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    Jury again finds Bowen guilty

    She is convicted of accessory after the fact in the murders of two detectives, and in Hank Earl Carr's escape from their custody.

    By CHRISTOPHER GOFFARD, Times Staff Writer
    © St. Petersburg Times
    published June 21, 2002
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    TAMPA -- For the second time, a jury looked at two faces of Bernice Bowen and chose the darker one.

    As the defense painted her, she was the abused and frightened girlfriend of Hank Earl Carr. To the state, she was his street-smart partner in crime, even after he became a cop killer.

    In the end Thursday, a jury decided Bowen lied to protect Carr after he escaped police custody and murdered Tampa detectives Randy Bell and Ricky Childers, charges that could bring her 18 years in prison.

    It was the second trial for Bowen, whose 1999 conviction was scuttled on appeal. Even as family and friends of the slain officers rejoiced at Thursday's verdict, they recognized the appeals court may speak again.

    "If we have to do this 10 times, we'll be back here 10 times," said Tampa police Capt. George McNamara, who was close to both of the slain officers. "I'll be here until I can't get out of bed, and I'm dead."

    The jury of five men and one woman deliberated for 31/2 hours before finding her guilty of accessory after the fact in the first-degree murders of the two detectives, and in Carr's escape from their custody.

    The bloodshed of May 19, 1998, started when Carr used an assault rifle to shoot and kill Bowen's 4-year-old boy. When investigators questioned Bowen, she gave a false name for Carr and said he had never been in trouble with the law.

    In fact, Carr was a violent career criminal who wore a handcuff key, which he used to escape custody. After murdering the Tampa detectives, he killed Florida Highway Patrol Trooper James Crooks and later, himself.

    But as police scrambled to find Carr while he was on the run, Bowen continued giving a false name for him.

    The defense portrayed Bowen, 28, as a battered woman terrorized and manipulated by Carr into lying for him. In his closing argument, defense attorney Claude Tison said Bowen had never known "a relationship with a man that involved love without violence. She thinks that's the way the world is."

    "If you've ever known a woman living in an abusive relationship," Tison told jurors, "you know what it does to a woman."

    Tison, who called the state's version of events "a fantasy," said Bowen gave police many of Carr's aliases on the crucial day, including the name Hank Carr, though she didn't know "which one was his real, true birth name."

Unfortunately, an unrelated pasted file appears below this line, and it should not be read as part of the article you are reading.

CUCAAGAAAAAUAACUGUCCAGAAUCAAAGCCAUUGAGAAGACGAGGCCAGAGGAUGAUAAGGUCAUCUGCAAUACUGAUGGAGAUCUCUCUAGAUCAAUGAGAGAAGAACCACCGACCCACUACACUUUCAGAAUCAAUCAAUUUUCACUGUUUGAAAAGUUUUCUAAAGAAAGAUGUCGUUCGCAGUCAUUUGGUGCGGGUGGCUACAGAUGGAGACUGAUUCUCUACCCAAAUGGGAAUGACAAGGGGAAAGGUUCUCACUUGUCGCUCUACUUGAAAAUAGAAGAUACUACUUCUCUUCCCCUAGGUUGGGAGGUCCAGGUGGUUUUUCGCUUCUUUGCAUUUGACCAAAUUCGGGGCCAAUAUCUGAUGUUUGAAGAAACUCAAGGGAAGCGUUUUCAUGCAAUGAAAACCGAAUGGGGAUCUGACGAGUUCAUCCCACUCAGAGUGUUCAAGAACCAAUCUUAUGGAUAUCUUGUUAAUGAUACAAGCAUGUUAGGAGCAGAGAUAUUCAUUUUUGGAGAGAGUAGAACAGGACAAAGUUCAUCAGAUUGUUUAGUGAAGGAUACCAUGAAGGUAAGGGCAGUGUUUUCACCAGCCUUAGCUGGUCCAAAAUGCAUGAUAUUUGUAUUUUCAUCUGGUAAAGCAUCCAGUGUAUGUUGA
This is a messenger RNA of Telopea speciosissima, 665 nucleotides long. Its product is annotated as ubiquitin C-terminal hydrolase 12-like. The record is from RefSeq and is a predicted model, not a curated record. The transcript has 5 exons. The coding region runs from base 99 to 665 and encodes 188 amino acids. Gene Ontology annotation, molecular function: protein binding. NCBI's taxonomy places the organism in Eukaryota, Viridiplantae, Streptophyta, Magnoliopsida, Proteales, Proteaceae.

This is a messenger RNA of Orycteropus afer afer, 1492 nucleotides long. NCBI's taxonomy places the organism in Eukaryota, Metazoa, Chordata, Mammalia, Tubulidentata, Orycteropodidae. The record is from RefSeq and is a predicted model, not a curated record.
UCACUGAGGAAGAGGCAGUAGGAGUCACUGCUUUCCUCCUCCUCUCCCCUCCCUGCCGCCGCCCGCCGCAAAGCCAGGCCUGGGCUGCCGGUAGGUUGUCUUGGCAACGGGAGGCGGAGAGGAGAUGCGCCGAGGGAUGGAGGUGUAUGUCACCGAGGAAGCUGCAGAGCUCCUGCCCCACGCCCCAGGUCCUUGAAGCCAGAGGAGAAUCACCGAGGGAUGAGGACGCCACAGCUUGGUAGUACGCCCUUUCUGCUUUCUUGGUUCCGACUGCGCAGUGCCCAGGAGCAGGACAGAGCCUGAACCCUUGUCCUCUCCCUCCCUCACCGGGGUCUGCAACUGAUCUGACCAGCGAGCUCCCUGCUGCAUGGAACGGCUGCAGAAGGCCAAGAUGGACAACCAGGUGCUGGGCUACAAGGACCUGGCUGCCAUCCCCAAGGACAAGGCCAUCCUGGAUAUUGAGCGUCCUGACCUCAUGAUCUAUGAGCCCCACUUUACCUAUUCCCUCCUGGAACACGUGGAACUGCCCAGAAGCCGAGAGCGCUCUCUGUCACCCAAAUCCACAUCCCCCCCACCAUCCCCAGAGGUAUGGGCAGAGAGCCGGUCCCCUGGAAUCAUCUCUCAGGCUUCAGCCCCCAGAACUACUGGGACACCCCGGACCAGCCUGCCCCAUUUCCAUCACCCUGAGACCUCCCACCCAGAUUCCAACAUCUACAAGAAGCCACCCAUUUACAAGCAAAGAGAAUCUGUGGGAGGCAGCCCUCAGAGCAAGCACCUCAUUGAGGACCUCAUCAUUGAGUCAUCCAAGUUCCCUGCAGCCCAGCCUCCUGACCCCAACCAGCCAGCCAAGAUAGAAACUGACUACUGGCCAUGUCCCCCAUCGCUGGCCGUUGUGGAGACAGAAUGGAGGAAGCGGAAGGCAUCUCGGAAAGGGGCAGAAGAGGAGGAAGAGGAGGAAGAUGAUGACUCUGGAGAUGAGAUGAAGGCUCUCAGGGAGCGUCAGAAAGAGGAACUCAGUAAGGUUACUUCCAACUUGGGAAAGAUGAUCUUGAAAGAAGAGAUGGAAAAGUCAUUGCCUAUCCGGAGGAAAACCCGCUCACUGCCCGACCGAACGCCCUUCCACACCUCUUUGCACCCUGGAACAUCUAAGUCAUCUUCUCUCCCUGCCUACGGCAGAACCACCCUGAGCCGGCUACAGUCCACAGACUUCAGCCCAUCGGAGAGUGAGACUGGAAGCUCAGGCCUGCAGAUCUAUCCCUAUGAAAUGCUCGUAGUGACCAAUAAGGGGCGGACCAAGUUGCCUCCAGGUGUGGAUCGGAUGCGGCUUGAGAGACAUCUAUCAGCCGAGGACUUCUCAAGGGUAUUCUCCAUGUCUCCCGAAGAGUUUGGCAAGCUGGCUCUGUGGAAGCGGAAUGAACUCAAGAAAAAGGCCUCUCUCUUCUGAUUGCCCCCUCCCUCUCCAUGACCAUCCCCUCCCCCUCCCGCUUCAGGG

More important, Tison said, Bowen gave police the name and address of Carr's mother, whom he would contact while on the run.

    "Is that the act of a person trying to help him get away?" Tison said. "She did not, after learning what Hank Carr had done, do anything whatever to assist him."

    Prosecutor Curt Allen argued that whenever Carr got in trouble, Bowen lied to give him time to escape. Deriding the portrayal of her as "the abused, poor Ms. Bowen," Allen told jurors of her manner on the witness stand, where she appeared at times defiant.

    "This isn't a timid woman," Allen said. "This is a hard woman."

    Allen showed jurors photos that Carr took of Bowen, posing in lingerie. In one, she is holding a rifle and smiling. "How uncomfortable does she look?" Allen asked the jury. "How traumatized?"

    Bowen liked the life Carr gave her, the prosecutor said. They stockpiled weapons and bulletproof armor. "This couple was preparing for war. Woe to anyone who stood in their way," Allen said. "Nothing could keep them apart."

    The case featured a clash between lawyers with different styles. Allen, the telegenic prosecutor, spoke quickly and jabbed the air with his hands, his features registering every variety of moral outrage and disgust. He held Carr's rifles aloft and slapped documents dramatically on tables.

    Tison, the defense lawyer, spoke slowly and deliberately, his manner mingling elements of Southern gentleman and rumpled professor, his face hidden behind a beard and glasses.

    After the verdict, Allen called it the most important victory of his career and waited for the cameras. Tison left with few words save that he would appeal.

    Friends and family of the slain officers, meanwhile, dripped contempt for Bowen.

    "She protected this man from Day One," said Giselle Childers, the slain detective's first wife and the mother of his children. "Now she's got to pay for the choices she's made."

    "When I see her, I feel no pity," said Glenn Childers, 30, the slain detective's son. "She lied, she lied, she lied."

    "Four innocent people died at this monster's hands," said McNamara. "She could have prevented it, and she didn't."

    Bowen's supporters, however, doubt she would have been prosecuted if Carr lived.

    "She was the only one left alive to blame anything on," said JoAnne LaCroix, 53, of Seminole, who has followed the case closely. "They used her as a scapegoat because there was no one left."

    In her first trial, Bowen was convicted of aiding Carr after he shot her 4-year-old son, the two Tampa detectives and the FHP trooper. The appeals court threw out the charges relating to the boy and the trooper, however, saying she believed her son's death was an accident and she didn't know about the trooper. This time around, jurors did not hear details of the death of Trooper Crooks.

    Bowen could face 18 years in prison when Circuit Judge Ronald Ficarrotta sentences her on July 12. She is already serving 15 years for child abuse for allowing her children around Carr.

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